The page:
Vale Anthony Wallace and Raymond Smith

I couldn’t let this week slip by without mentioning the passing of two great anthropologist: Raymond T. Smith and Anthony F.C. Wallace.

Raymond T. Smith was a social anthropologist who earned his Ph.D. in anthropology in 1954 at Cambridge, where he worked with Meyer Fortes. His work focused on the Jamaica, Guyana (then British Guiana), Trinidad, and Chicago. For most of his career he taught at the University of Chicago, and the best short summary of his life can be found in the UofC’s finding guide to his papers. Something like a CV can be found on his personal website as well.

Smith was a rigorous, empirical, and prolific social anthropologist with a focus on race, class, and kinship.  The Matrifocal Family, his 1996 book of collected essays, is probably the best place to start reading his works. Smith also made his books British Guiana and The Negro Family in British Guiana open access and available on his website. Smith was at the forefront of social anthropology in the postwar period, when authors like Michael Banton were expanding the discipline’s focus on kinship to a broader evaluation of how families were shaped by their economic position and political status as colonial dependencies or newly-independent nations. Much of this was to happen in the 1960s in the UK, but Smith was doing it a decade earlier.

After his arrival at the University of Chicago in 1966, Smith also developed a focus on kinship. This was the same time that David Schneider was working on American kinship, and they did collaborate. Smith became a strong critic of the concept of the ‘culture of poverty’.

I know almost nothing about the Caribbean but according to people on Facebook Smith’s work is widely read and influential there. At the same time, students at Chicago (including myself) did not always have an extremely positive memory of his ability to mentor future professors. As a result, he did not create students who would be willing to, as Ruth Underhill once put it, pull his chariot for him. As a result, I am afraid anthropologists will not remember his work as much as they should. Smith was an excellent ethnographer and analytically precise thinker who should be a role model for anyone interested in race, class, inequality, and kinship in the New World. Or anywhere else for that matter.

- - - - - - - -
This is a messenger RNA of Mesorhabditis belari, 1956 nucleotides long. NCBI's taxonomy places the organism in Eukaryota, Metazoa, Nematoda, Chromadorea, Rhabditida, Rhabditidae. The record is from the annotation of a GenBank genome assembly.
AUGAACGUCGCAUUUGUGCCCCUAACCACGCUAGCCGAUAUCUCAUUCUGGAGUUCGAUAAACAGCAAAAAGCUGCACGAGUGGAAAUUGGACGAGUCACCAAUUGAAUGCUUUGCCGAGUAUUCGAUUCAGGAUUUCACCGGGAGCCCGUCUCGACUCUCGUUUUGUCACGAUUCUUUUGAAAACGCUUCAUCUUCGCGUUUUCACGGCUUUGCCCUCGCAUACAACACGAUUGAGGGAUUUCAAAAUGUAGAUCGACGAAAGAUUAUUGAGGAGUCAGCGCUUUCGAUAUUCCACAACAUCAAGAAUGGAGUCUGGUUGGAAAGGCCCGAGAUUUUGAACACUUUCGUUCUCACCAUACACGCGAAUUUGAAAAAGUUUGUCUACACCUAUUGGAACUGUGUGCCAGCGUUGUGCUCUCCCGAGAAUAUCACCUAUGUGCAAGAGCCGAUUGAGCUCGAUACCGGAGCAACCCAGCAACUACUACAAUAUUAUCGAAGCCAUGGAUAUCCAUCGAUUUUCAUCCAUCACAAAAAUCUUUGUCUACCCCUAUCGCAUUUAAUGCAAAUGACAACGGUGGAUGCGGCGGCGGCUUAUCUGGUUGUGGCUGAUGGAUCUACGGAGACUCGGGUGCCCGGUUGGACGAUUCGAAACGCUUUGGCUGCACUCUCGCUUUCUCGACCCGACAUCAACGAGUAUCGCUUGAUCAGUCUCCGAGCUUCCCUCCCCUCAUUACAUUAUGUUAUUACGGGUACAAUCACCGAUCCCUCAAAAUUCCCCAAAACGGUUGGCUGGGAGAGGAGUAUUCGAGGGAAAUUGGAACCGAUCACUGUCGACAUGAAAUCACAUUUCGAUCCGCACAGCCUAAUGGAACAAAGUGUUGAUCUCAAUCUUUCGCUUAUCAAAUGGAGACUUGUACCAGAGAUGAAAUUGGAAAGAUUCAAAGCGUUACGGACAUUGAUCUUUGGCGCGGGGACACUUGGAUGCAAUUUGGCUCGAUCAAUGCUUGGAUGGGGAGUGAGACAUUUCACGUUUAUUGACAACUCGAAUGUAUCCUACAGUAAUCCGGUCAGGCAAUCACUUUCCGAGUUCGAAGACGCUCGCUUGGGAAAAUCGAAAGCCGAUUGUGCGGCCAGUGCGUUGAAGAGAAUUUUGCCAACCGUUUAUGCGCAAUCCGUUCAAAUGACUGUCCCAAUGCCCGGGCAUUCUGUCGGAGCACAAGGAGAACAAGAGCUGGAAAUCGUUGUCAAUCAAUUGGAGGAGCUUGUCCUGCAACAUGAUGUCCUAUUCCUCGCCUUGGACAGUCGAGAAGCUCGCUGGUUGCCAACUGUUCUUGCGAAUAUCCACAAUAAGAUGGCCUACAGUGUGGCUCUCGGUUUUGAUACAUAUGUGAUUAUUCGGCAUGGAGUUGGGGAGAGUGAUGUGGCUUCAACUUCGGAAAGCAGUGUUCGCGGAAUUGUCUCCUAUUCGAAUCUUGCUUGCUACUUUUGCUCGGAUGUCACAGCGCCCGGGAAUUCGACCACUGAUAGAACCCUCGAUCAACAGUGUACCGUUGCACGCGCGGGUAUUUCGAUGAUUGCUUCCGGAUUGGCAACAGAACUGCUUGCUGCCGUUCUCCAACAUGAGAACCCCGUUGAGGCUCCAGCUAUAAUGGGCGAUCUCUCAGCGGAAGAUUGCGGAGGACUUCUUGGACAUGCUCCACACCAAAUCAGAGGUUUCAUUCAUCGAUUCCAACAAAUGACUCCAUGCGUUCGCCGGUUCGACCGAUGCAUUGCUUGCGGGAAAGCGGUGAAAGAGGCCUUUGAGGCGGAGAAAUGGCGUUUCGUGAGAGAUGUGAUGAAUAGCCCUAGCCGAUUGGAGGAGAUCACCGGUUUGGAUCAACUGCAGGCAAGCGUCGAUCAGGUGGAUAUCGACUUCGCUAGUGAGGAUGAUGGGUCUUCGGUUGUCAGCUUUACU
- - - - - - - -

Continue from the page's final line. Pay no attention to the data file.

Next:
Anthony Wallace passed away on 5 October 2015. There is a fine long biography of Wallace in the finding guide to his papers which cover his long and esteemed career. In a nutshell, Wallace was a great inheritor of the Boasian tradition at one of anthropology’s oldest and most esteemed department at the University of Pennsylvania (a department which actually predates the Boasian take-over of the discipline). As a student with three degrees from Pen, and later faculty member  and chair at at Penn, Wallace was an Americanist whose contributions focused on Iroquois groups. Like Smith, he is remembered by area specialists as a deep and engaged ethnographer.

Wallace was a Boasian, and focused on ethnohistory and psychology as keys to understanding Indian life. He received his Ph.D. in 1950, at the moment when a tremendous boom in higher education was getting underway in the United States. Wallace was, like Julian Steward and Clyde Kluckhohn, The Future of Anthropology in the post-war era. An influential theorist, in 1956 he developed the concept of ‘revitalization movement’ in his best-known article,  and he was involved in componential analysis and ethnoscience. The best place to start looking at his work is the two volumes of his selected essays, Revitalizations and Mazeways and Modernity and Mind.